STATE COLLEGE, Pa. -- After days of speculation and weeks of unease among Nittany Nation, the Bill O’Brien carousel appears to have finally come to a stop. According to reports, he’s leaving Penn State for the Houston Texans.
Even the most naive Penn State fan knew Happy Valley wasn’t O’Brien’s final destination. O’Brien made no secret of his NFL hopes. But many assumed this moment wouldn’t arrive so soon -- that O’Brien would at least stay to see his prized recruit and freshman sensation, QB Christian Hackenberg, through his career.
The reported move has naturally caused panic and derision among Penn Staters. Some alumni already have taken to referring to O’Brien as the “Lying Lion,” and chatter’s swelled about creating “BillLeave” T-shirts. That resentment has grown from a fanbase that hasn’t seen a head coach bolt for another job since Dick Harlow left the Lions in 1918 to coach Virginia Tech. (And that happened only because Harlow enlisted in the military and was stationed near the school. He later returned to PSU as an assistant.) Penn State has never been a steppingstone; it always has been that final destination.
But labeling O’Brien a traitor or slinging insults his way is a disservice to what he has accomplished. Penn State needed a coach to breathe life into what many thought would become a lifeless program. O’Brien needed a place where he could cut his teeth as a head coach and make a return to the NFL.
Neither party likely knew it would reach its goal so quickly.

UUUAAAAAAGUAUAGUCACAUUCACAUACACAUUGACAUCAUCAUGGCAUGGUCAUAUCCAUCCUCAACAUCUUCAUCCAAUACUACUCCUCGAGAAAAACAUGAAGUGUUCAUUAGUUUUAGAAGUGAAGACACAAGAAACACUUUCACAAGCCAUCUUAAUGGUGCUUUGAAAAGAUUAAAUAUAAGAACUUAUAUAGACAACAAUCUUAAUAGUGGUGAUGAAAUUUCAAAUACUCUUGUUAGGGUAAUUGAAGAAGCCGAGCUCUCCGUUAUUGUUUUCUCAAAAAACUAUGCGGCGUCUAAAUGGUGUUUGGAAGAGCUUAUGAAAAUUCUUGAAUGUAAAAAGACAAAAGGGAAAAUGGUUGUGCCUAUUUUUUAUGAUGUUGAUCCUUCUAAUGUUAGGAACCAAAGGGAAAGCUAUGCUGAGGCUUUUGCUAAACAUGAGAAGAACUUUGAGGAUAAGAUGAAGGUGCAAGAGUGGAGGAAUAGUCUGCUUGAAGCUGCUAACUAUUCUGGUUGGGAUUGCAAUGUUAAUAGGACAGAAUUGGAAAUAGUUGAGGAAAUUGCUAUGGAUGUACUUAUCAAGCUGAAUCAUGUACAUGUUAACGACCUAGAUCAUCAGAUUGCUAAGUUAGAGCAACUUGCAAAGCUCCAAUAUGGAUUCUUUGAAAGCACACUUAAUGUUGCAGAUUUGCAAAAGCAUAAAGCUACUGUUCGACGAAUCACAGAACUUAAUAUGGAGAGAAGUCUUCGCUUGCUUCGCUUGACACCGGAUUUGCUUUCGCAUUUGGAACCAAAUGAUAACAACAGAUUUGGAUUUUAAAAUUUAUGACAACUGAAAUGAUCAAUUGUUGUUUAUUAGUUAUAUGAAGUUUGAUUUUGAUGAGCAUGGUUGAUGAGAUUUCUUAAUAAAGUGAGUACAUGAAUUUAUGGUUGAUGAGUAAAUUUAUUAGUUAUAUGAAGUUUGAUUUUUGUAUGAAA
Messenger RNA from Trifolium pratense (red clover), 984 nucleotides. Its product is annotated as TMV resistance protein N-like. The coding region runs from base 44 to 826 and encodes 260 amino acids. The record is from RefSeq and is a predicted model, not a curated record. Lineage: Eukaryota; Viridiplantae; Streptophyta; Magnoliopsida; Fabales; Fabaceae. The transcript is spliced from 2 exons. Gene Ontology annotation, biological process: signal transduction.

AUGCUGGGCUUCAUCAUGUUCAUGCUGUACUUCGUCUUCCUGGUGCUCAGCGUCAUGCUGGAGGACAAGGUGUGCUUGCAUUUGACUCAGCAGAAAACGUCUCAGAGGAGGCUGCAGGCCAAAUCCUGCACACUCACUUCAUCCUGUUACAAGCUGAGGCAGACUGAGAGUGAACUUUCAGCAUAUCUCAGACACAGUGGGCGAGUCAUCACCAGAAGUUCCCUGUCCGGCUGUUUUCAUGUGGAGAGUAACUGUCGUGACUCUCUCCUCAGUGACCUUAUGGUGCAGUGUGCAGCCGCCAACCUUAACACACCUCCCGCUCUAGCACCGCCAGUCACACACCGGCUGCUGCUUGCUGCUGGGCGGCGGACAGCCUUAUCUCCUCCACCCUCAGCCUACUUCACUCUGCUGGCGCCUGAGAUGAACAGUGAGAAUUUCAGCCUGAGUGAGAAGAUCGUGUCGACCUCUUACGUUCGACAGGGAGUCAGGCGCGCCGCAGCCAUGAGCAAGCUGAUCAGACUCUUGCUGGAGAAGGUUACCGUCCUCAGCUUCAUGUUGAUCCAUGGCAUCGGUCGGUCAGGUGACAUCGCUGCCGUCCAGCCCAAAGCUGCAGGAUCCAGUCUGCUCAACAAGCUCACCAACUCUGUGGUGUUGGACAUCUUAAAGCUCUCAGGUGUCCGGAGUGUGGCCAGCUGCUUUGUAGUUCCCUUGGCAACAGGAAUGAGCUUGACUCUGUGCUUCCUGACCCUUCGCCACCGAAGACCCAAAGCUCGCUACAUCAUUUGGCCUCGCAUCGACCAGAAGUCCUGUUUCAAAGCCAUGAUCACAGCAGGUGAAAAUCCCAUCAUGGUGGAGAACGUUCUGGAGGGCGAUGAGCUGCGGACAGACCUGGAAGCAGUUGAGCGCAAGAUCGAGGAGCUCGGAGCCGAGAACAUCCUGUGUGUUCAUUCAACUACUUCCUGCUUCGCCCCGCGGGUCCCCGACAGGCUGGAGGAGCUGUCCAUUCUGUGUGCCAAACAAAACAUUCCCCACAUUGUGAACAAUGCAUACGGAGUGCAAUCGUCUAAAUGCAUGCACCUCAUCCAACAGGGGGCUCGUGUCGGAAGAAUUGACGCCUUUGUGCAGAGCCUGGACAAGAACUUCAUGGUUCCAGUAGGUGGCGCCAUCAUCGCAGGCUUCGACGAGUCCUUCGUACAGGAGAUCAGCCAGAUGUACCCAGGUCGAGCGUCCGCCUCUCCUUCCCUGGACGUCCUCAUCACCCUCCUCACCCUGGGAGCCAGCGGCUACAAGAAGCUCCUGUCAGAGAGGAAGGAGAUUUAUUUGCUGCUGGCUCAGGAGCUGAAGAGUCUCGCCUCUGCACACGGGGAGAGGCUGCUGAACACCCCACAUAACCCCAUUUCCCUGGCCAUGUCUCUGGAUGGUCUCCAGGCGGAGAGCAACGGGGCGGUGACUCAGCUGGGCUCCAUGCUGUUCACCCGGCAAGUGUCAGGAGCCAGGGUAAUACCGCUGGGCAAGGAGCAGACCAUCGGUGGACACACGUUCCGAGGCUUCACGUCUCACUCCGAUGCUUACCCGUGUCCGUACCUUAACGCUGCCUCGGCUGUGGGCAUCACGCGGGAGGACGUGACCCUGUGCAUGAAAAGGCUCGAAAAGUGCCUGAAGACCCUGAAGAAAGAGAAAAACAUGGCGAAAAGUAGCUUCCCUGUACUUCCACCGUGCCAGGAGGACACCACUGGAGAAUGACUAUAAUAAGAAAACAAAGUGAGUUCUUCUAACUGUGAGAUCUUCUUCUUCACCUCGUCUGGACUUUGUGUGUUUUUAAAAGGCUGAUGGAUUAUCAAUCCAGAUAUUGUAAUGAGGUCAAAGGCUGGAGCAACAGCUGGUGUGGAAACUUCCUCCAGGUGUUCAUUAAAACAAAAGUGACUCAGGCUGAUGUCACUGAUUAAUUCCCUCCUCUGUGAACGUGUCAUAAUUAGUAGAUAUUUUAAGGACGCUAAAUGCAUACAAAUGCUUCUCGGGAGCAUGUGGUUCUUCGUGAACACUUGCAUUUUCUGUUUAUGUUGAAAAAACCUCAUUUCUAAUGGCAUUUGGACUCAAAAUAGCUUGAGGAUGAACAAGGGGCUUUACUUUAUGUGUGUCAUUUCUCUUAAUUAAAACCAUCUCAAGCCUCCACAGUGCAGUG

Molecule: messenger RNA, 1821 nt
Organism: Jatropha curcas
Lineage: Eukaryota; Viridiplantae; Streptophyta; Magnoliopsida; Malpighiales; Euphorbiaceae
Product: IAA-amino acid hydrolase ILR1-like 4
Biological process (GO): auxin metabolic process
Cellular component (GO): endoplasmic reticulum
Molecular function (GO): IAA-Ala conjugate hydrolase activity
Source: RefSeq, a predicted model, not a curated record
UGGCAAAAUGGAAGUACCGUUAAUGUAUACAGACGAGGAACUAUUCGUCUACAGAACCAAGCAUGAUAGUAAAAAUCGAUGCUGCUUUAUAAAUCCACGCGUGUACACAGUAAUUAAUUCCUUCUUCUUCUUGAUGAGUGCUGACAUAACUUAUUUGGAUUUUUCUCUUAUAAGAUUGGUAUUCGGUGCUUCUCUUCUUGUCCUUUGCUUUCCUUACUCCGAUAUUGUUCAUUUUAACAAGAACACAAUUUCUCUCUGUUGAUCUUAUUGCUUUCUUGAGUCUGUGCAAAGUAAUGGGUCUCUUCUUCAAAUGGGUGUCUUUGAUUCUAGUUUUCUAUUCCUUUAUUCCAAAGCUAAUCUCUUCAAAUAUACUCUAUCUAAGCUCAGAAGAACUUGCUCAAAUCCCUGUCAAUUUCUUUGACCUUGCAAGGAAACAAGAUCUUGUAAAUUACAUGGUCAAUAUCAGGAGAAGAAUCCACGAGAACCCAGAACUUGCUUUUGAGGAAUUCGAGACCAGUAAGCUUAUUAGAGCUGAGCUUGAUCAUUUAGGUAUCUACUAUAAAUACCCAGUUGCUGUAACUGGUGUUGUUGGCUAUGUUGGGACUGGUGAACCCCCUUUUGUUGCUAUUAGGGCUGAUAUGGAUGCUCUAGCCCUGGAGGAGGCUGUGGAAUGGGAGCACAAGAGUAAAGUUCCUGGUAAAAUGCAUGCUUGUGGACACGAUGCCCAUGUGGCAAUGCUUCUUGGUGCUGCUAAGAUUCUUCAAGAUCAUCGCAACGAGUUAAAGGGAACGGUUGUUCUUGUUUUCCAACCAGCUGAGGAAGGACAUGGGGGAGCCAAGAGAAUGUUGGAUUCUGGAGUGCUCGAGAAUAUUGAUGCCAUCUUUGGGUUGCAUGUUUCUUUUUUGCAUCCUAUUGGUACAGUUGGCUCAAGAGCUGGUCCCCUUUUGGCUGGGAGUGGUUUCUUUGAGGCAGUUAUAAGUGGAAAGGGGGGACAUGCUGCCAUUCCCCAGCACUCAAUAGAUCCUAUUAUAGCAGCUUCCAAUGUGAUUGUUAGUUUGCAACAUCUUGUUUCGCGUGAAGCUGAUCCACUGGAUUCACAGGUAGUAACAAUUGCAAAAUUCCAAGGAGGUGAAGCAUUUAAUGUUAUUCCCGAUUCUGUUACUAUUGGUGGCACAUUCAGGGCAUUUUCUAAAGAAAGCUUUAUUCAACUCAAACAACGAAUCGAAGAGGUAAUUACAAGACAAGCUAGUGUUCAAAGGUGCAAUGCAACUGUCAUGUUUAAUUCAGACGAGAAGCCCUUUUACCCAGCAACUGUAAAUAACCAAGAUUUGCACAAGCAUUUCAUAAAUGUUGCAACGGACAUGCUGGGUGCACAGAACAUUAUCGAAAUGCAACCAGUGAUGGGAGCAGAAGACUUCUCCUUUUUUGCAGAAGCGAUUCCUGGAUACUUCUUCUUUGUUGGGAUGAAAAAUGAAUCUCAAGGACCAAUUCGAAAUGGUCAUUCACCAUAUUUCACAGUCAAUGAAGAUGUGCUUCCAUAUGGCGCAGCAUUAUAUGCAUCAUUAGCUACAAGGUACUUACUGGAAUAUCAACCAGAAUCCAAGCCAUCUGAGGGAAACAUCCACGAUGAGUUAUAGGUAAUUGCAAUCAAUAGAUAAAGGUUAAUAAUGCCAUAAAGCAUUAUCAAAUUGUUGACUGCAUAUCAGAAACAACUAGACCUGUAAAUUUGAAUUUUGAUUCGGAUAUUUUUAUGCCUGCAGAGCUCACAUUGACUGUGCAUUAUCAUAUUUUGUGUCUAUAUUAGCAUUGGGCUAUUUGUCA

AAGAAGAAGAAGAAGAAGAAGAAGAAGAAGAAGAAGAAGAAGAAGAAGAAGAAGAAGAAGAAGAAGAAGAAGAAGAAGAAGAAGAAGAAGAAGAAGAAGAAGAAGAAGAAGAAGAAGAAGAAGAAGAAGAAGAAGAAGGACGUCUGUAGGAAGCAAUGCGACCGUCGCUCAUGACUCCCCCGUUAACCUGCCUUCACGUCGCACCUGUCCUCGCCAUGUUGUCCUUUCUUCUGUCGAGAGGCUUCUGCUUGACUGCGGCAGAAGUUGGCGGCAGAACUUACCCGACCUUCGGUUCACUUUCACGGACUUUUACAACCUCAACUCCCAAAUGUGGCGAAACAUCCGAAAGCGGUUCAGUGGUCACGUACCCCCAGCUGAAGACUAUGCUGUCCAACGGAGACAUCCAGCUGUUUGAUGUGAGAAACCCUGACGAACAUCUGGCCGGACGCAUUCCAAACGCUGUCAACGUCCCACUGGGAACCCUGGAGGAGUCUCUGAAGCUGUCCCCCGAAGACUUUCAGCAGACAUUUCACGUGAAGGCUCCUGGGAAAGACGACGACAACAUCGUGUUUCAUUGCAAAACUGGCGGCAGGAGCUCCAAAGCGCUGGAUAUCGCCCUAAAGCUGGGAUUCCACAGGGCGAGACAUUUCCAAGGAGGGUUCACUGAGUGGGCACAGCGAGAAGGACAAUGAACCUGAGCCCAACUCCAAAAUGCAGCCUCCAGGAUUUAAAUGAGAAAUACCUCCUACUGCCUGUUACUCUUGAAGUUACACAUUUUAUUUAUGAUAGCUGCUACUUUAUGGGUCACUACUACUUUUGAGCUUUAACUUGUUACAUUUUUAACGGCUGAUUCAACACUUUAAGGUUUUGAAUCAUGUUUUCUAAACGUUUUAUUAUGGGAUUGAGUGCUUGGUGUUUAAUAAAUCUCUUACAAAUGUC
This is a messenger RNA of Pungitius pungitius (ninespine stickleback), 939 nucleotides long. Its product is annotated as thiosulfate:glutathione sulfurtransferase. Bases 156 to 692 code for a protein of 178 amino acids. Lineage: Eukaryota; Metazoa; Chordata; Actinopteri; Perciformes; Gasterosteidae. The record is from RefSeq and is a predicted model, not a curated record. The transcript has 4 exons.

Coaching relationships aren’t unconditional, and O’Brien knew that all too well. Fans questioned his play-calling, one even wondering aloud during his weekly radio show why Hackenberg didn’t operate more out of the shotgun. O’Brien found himself being forced to defend defensive coordinator John Butler from “Fire him” criticism, and the loss to Indiana resulted in a cacophony of cries that “JoePa never would’ve let that happen.”
O’Brien often joked on his show that fans love him now ... but what about when he lost? He’d always end the rhetorical question with a laugh, but he knew the answer was far more serious.
Fans want successful coaches like O’Brien to stay, and they can’t be blamed. But O’Brien wasn’t hired to stay for as long as everyone else wanted. He was hired to get Penn State past the darkest time in school history. He, in turn, took the job to advance to the NFL.
That dynamic hasn’t been a secret for at least a year now. Reporters peppered O’Brien with questions on Jan. 7, 2013, and asked whether coaching in the NFL remained one of his goals. He revealed as much as he could.
“You know,” O’Brien said, “it’s something that, like I said, it’s the highest -- in our profession, it’s the highest level of football. And it’s a league that I have a ton of respect for.”
If anything, O’Brien’s reputation will take at least a slight hit. He told members of the 2013 and 2014 recruiting classes that he would greet them on the practice field throughout their careers. That’s likely not going to happen now. But he never promised anything to the fans, and he faced an impossible situation with recruits.
Show me a head coach who tells potential commits, “I’m not sure if I’ll be here next year because I’m looking at other jobs,” and I’ll show you a head coach whose team does not go 8-4 or 7-5 under the circumstances Penn State faced.
Yes, this all could’ve worked out better for Penn State. But both parties got what they wanted all along.